In Defense of English
| Peter Klein |
Co-bloggers Nicolai and Lasse probably speak better English than I do, despite the handicap of Scandinavian birth, but I sure like it. So does Rishidev Chaudhuri:
To me, the most striking thing about English is its diversity of vowels, something I only noticed after many years of speaking the language. English, in many dialects, has about 15 vowels (not counting diphtongs). Listen to the vowels through these words: a, kit, dress, trap, lot, strut, foot, bath, nurse, fleece, thought, goose, goat, north. There are languages that have more (Germanic ones tend to be vowel rich), but there aren’t many of them, and none that I know well enough to frame a sentence in. And compare this vowel list to the relative paucity of vowels in so many other languages. Hindi really has only about 9 or 10 vowels; Bengali, which has lost several long-short distinctions has slightly fewer (though lots of diphtongs). Some languages (including these two) do include extra vowels formed by nasalizing existing ones; these nasalized vowels often sound lovely, but feel very similar to their base vowels. It’s more a flourish than a genuinely new creation. Japanese and Spanish have about 4 or 5 apiece, and I’m told that Mandarin and Arabic have about 6.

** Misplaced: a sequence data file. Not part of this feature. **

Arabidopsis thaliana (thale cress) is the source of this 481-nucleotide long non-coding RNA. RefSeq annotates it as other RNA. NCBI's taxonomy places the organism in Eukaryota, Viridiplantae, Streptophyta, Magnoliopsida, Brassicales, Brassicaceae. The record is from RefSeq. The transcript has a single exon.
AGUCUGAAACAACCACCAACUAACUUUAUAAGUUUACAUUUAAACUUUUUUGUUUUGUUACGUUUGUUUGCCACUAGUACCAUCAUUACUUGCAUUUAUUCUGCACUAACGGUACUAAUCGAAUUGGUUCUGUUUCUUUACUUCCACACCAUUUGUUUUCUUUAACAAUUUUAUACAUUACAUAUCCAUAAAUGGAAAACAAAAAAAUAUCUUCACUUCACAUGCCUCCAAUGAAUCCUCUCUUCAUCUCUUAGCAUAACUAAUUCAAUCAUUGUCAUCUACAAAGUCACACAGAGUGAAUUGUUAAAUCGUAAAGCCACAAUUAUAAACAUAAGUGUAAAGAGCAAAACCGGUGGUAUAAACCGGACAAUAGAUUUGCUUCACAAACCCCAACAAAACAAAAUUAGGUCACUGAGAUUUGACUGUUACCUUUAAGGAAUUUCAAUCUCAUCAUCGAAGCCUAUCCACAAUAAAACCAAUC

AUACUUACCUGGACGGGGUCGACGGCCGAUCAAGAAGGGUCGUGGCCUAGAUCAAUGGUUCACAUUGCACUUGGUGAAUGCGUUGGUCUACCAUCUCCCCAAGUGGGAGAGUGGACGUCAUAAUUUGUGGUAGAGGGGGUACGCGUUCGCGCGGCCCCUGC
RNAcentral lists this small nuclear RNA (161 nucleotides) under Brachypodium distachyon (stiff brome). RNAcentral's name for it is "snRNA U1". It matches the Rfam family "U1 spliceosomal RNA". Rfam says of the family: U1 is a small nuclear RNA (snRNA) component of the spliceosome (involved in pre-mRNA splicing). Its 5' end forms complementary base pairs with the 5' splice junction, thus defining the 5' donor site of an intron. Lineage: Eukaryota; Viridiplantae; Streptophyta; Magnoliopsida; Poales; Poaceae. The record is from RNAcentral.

English, then, is capable of exceptionally rich assonance and exuberant plays on vowel sound.
I mean, savor the delights of “methodological individualism” or “apodictic certainty” or “heteroskedasticity consistent standard errors” and tell me it isn’t sheer poetry!